I’ve been supporting EPIK, a Kent-based Arts Award centre dedicated to Encouraging Programming in Kids. EPIK has been developing resources designed for schools and youth clubs to encourage the delivery of Arts Award through coding, Minecraft and other tech.
When I heard that the director at EPIK was also a regional co-ordinator for Mozilla Clubs and she was going to be running the Youth Zone at this year’s MozFest, I jumped at the chance to get Arts Award involved.
What is Mozfest?
MozFest is an annual festival held at the amazing Ravensbourne venue beside the O2 in London, attracting both adults and young people. It is run by the Mozilla Foundation who promote openness, innovation and participation on the internet. Mozilla aims to build a new generation of digital creators and webmakers, giving people the tools and skills they need to move from using the web to actively making the web.
Over 350 workshops and sessions take place across the festival weekend for more than 2,000 visitors. Our aim was to bridge the divide between creativity and technology and to demonstrate how Arts Award can be achieved through digital arts.
On Friday, I joined together with the other MozFest facilitators for an induction day before the festival opened. Feeling a little bit like a fish out of water among hundreds of international digital experts, I was soon inspired by the buzz around the venue and threw myself into a great session led by Mozilla organisers from the US. Through some very clever teambuilding that involved grouping up according to our favourite ice cream flavour, and launching our individual details across the room folded up in paper aeroplanes, I soon found myself in a team with four people from India, Italy, Canada and Chicago. We were tasked with planning our MozFest journey to 2016 and all the actions we needed to take over the coming year to get there. After this genius intro session, I was ready to greet the Arts Award Voice team and get ready for our weekend! We were told by festival directors there would be plenty of ‘savvy micro humans’ (AKA young people) visiting the event, so it was time to embrace the creative chaos of the venue and plan our digital arts pathways.
Arts Award in the Youth Zone
MozFest is split up into eight learning spaces with themes including science, journalism, digital citizenship, and the Youth Zone. The Youth Zone is an area where young people can spend time without their parents, developing their own interests and skills. Organisers suggest a series of learning pathways to participants designed to develop their knowledge and particular interests. The role of Arts Award and Arts Award Voice was to create pathways for young people from the Youth Zone, out into the main festival – encouraging them to explore a range of activities and then report back to review and share their skills.
We offered the Discover Club in a day and an introduction to Bronze. Young people selected workshops from our menu of options run by other MozFest facilitators, including: learning to code for Raspberry Pi; printing a 3D robot; and creating stories using a virtual reality viewer. There were also a range of crafts on offer in the Youth Zone such as making friendship bracelets, loom banding and LED badges. Did you know that when doing intricate crafts such as these you use the same parts of your brain as you do when coding? Afterwards we supported participants to share, blog and vlog their learning as part of the award.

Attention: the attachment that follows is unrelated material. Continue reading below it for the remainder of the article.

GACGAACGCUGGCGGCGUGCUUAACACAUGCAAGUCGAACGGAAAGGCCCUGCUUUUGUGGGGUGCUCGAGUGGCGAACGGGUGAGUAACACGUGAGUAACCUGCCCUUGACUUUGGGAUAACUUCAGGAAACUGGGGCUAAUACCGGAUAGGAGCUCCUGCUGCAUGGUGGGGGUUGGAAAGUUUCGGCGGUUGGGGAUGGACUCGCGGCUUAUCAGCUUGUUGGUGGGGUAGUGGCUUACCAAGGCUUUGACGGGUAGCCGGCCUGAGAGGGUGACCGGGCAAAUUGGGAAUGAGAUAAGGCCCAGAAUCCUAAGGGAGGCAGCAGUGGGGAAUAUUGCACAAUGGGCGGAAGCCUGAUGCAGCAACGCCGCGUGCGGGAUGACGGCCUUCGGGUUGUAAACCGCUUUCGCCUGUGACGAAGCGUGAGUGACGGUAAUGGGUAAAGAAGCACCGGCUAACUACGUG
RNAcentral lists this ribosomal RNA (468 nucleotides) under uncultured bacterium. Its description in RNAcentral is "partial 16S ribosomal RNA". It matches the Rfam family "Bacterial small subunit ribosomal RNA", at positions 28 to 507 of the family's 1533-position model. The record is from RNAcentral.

Across the weekend we had the pleasure of meeting some fascinating young people. Some were science and maths enthusiasts aiming to be future engineers, who perhaps hadn’t considered that their interests in creating functioning worlds in Minecraft, making 3D animations, and coding using Sonic Pi were all embedded within the arts. Others grasped very quickly the link between Arts Award and digital technology, not hesitating at all to start Discover Part A and listing the art forms that they had already spotted at the festival.
One memorable young person I met was Femi, aged 9. Femi is an expert coder with his own blog, and ran a workshop for other young people at MozFest all about physical computing. As somebody who has Tourette’s Syndrome, Femi is aware of the importance of offering as many opportunities as possible to young people, and was keen to ensure his sessions were accessible and inclusive. 50% of participants in Femi’s workshop were from Autism and Tourette’s Syndrome families. Watch our interview with him recorded by the Voice activists!
MozFest is brought to life by the organic graffiti that covers stairs, floors and walls by the end of the weekend. Facilitators are encouraged not to bring lots of banners and merchandise, but instead to decorate the venue with their session promotion by hand. We got fully involved with this tradition by adorning the hallways with our posters, pathways and messaging. It seemed to work, as several other session leaders come to ask about Arts Award, and some teachers and parents took information back to their groups. Although we may have been a little upstaged by Foxy, the Firefox mascot who appeared on Saturday and stole the show!
Our weekend at MozFest was a huge eye-opener. It has set us on our own pathway in the digital technology sector and to promote further participation in Arts Award through digital arts. It has given us the opportunity to meet potential collaborators and to be inspired by the incredible buzz that technology is creating among young people and their communities. This is definitely a fast growing genre of the arts that we will be pursuing!
Read more about our activities at MozFest, the discussion around creativity and technology, including interviews with organisers and young people, in our Voicebox.
Take a look at our Twitter Storify from MozFest.
For more information, or to tell us about your digital Arts Award project, contact Julie